Skip Navigation LinksHome > July 2011 - Volume 30 - Issue 7 > Seroprevalence of Bordetella pertussis Antibody in Children...
Pediatric Infectious Disease Journal:
doi: 10.1097/INF.0b013e31820eaf88
Original Studies

Seroprevalence of Bordetella pertussis Antibody in Children and Adolescents in China

Wang, Chuan-Qing MD*; Zhu, Qi-Rong MD†

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Background: This multicenter study was undertaken to investigate the serologic evidence of antibodies to Bordetella pertussis toxin (IgG-PT) in children and adolescents.

Methods: IgG-PT value in a single serum collected from 1616 children and adolescents was measured by enzyme-linked immunosorbent assay in the Food and Drug Administration (FDA)-units per milliliter from November 2008 to October 2009. The relationship between time since infection and IgG anti-PT levels were analyzed and the estimated age-specific incidences of infection were calculated.

Results: The sera IgG-PT geometric mean concentrations of the samples were 1.7 FDA-U/mL. The sera protective rates of all the subjects were 6.6% (95% confidential interval [CI]: 5.4%, 7.8%). The rates in the group aged 2 years was 9.2% (95% CI: 3.5%, 14.9%), which was significantly higher than in those aged ≥3 years (χ2 = 1615, P = 0.000). In the group aged ≥3 years, 4.0% (95% CI: 3.0%, 5.0%) of the individuals tested showed an IgG-PT level ≥40 FDA-U/mL, which was equivalent to an estimated incidence of B. pertussis infection of 7000 (95% CI: 5300, 8800) per 100,000 population per year in the year before serum sampling. There were 2 peaks of estimated incidence. One peak incidence of 9100 (95% CI: 4300, 14000) per 100,000 population per year was found in the population aged >6 to 8 years. Another peak was in the population of 12- to 20-year olds with the estimated incidence of 14,600 (95% CI: 9100, 20100) per 100,000 per year.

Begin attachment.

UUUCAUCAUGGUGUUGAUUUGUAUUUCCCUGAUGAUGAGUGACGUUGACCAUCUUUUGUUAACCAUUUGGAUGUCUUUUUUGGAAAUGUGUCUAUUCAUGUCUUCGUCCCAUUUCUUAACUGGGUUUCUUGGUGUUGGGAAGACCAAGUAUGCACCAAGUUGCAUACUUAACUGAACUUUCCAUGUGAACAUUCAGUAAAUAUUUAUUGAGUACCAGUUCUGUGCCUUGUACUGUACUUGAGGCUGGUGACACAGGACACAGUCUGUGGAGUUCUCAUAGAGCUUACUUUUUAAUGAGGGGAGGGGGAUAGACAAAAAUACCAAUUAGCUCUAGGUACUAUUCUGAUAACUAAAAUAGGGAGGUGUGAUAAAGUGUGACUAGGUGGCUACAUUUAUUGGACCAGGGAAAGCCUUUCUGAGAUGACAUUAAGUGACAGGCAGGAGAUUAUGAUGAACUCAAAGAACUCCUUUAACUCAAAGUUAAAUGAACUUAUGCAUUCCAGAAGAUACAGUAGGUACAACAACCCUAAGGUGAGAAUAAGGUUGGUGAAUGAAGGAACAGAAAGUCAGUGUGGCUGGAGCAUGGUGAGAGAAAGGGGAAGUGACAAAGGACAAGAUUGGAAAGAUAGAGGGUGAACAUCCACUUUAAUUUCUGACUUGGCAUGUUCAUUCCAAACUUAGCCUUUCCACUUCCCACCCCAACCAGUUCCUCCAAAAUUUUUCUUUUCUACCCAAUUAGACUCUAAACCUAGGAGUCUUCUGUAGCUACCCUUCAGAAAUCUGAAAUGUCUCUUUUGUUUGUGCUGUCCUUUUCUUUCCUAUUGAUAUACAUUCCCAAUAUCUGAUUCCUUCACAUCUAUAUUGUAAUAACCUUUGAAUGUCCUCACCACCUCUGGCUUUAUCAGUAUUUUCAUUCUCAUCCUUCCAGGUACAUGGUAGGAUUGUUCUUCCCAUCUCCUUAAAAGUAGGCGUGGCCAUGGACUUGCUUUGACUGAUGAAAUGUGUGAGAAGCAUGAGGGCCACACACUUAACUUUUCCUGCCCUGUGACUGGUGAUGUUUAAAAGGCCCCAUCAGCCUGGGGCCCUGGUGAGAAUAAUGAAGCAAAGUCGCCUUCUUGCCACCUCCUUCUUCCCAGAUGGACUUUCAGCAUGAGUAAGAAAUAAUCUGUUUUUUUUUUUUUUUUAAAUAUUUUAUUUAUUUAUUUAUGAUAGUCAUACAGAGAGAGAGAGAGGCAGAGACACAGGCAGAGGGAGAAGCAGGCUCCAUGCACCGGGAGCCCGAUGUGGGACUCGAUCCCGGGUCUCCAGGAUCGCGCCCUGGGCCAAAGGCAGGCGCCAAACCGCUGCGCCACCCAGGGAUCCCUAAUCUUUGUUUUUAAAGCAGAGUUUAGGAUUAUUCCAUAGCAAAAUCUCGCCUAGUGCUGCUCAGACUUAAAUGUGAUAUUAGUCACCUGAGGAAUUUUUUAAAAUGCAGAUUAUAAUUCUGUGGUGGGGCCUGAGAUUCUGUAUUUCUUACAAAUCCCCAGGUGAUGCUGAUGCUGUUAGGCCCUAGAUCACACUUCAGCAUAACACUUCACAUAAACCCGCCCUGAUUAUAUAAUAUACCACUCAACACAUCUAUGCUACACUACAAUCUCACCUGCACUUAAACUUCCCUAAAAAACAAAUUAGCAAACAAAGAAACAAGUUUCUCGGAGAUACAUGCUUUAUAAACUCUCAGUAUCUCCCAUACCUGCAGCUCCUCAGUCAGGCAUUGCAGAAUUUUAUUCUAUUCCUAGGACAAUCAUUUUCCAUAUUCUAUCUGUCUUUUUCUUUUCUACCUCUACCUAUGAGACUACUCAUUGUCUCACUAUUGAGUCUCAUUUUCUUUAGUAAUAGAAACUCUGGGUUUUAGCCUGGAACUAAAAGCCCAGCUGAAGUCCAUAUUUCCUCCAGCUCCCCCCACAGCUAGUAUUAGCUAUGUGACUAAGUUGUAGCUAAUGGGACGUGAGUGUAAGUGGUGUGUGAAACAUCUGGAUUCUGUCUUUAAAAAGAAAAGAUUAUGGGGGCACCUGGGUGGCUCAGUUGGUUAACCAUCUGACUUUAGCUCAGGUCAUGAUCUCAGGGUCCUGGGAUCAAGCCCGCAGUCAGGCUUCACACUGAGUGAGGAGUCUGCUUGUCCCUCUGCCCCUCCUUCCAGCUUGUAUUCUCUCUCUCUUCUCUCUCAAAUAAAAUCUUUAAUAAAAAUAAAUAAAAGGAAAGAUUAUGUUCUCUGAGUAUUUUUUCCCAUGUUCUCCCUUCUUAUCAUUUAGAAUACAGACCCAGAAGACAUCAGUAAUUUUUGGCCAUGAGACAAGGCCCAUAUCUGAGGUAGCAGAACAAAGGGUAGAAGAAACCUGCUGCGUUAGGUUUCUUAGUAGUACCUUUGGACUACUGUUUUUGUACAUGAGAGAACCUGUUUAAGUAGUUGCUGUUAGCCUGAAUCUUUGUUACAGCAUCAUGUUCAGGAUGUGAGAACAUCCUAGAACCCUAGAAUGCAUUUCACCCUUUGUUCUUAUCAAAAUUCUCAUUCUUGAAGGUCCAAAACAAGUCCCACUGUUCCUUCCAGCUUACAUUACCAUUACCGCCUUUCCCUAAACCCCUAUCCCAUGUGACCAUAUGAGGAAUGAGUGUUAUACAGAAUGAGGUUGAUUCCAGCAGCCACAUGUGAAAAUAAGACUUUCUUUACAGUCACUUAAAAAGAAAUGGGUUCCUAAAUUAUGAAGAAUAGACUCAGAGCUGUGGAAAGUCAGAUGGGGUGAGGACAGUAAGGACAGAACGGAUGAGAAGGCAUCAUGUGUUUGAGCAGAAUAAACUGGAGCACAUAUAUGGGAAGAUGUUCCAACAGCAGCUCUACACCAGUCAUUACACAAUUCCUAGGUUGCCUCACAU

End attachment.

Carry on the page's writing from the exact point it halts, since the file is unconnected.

Conclusions: The levels of protective antibodies against pertussis were very low in the immunized children aged 2 to 20 years. A booster dose of immunization for older children or adolescents should be an urgent priority. Moreover, using enzyme-linked immunosorbent assay to determine the efficiency of vaccines and even to obtain the serodiagnosis would be beneficial in controlling pertussis.

© 2011 by Lippincott Williams & Wilkins, Inc.


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